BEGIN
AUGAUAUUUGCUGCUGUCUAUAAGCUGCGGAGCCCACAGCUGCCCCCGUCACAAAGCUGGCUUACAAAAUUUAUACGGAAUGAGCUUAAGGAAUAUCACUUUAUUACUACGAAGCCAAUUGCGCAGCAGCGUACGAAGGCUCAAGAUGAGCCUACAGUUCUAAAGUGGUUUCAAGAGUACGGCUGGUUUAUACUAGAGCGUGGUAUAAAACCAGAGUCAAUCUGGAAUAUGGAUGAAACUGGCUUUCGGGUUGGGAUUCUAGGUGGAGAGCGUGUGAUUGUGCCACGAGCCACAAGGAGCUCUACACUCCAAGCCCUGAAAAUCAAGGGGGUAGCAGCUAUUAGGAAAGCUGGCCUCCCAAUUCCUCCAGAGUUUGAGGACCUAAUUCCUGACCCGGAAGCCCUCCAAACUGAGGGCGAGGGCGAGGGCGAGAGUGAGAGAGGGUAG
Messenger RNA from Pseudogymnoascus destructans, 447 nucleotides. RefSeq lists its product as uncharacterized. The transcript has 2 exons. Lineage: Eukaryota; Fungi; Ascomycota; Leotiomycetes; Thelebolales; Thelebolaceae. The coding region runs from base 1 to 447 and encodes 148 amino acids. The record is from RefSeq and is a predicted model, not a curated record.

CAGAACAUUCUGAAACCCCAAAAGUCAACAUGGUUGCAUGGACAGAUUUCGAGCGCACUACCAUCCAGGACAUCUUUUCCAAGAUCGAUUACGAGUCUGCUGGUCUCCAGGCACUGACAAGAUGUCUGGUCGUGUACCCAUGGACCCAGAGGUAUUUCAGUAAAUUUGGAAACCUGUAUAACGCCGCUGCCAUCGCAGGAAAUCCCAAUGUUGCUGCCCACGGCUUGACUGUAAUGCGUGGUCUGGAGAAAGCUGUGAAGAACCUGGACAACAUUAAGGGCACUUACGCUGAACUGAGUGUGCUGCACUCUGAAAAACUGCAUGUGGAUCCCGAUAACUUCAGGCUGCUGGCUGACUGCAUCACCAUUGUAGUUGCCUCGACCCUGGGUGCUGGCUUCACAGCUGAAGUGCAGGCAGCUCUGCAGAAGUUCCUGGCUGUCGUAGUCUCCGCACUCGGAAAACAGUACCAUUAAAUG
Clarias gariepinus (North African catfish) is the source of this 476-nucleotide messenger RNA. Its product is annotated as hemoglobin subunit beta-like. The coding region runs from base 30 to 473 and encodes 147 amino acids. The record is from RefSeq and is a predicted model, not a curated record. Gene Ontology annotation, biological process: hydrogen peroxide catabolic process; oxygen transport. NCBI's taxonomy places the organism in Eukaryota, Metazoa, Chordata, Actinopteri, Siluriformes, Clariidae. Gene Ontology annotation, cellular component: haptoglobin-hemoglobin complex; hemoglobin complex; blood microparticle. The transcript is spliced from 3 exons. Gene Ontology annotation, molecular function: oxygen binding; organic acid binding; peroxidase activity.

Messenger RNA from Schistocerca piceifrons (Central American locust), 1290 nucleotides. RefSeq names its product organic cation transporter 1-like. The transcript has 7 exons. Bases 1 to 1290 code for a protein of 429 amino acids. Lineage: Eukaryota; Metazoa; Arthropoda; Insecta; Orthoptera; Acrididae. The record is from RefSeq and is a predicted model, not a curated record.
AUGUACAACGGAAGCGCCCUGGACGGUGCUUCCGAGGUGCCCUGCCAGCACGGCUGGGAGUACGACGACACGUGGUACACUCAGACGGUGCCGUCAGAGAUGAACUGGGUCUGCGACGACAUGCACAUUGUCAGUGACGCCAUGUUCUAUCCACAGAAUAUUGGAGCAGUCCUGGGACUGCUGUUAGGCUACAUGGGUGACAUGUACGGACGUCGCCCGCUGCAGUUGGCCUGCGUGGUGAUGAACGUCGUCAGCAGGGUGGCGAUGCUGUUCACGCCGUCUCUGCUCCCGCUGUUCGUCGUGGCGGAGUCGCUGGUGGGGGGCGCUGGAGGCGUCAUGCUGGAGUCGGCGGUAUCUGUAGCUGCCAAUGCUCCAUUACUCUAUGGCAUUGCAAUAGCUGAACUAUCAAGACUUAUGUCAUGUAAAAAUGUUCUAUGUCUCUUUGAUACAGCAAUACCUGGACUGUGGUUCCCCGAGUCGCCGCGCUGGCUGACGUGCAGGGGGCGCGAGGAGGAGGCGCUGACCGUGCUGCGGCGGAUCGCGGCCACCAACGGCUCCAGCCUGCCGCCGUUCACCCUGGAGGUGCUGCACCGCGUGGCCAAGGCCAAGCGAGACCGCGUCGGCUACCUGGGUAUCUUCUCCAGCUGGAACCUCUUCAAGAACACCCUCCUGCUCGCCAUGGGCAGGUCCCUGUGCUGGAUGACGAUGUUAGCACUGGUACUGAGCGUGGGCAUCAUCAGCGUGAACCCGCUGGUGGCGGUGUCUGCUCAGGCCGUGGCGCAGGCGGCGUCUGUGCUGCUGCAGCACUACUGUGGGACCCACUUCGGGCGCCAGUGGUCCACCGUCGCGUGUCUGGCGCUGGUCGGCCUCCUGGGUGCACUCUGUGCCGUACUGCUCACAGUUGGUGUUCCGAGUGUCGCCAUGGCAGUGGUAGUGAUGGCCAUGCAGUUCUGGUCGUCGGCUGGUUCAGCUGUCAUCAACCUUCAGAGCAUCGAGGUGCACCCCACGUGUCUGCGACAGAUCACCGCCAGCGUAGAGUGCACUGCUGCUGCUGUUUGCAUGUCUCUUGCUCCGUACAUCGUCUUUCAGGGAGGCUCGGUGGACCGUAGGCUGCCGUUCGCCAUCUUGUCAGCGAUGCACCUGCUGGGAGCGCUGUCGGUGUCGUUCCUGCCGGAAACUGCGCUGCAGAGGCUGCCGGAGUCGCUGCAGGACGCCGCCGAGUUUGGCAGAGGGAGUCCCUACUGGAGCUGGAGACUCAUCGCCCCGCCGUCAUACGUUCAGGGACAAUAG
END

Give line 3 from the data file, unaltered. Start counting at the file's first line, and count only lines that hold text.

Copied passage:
CAGAACAUUCUGAAACCCCAAAAGUCAACAUGGUUGCAUGGACAGAUUUCGAGCGCACUACCAUCCAGGACAUCUUUUCCAAGAUCGAUUACGAGUCUGCUGGUCUCCAGGCACUGACAAGAUGUCUGGUCGUGUACCCAUGGACCCAGAGGUAUUUCAGUAAAUUUGGAAACCUGUAUAACGCCGCUGCCAUCGCAGGAAAUCCCAAUGUUGCUGCCCACGGCUUGACUGUAAUGCGUGGUCUGGAGAAAGCUGUGAAGAACCUGGACAACAUUAAGGGCACUUACGCUGAACUGAGUGUGCUGCACUCUGAAAAACUGCAUGUGGAUCCCGAUAACUUCAGGCUGCUGGCUGACUGCAUCACCAUUGUAGUUGCCUCGACCCUGGGUGCUGGCUUCACAGCUGAAGUGCAGGCAGCUCUGCAGAAGUUCCUGGCUGUCGUAGUCUCCGCACUCGGAAAACAGUACCAUUAAAUG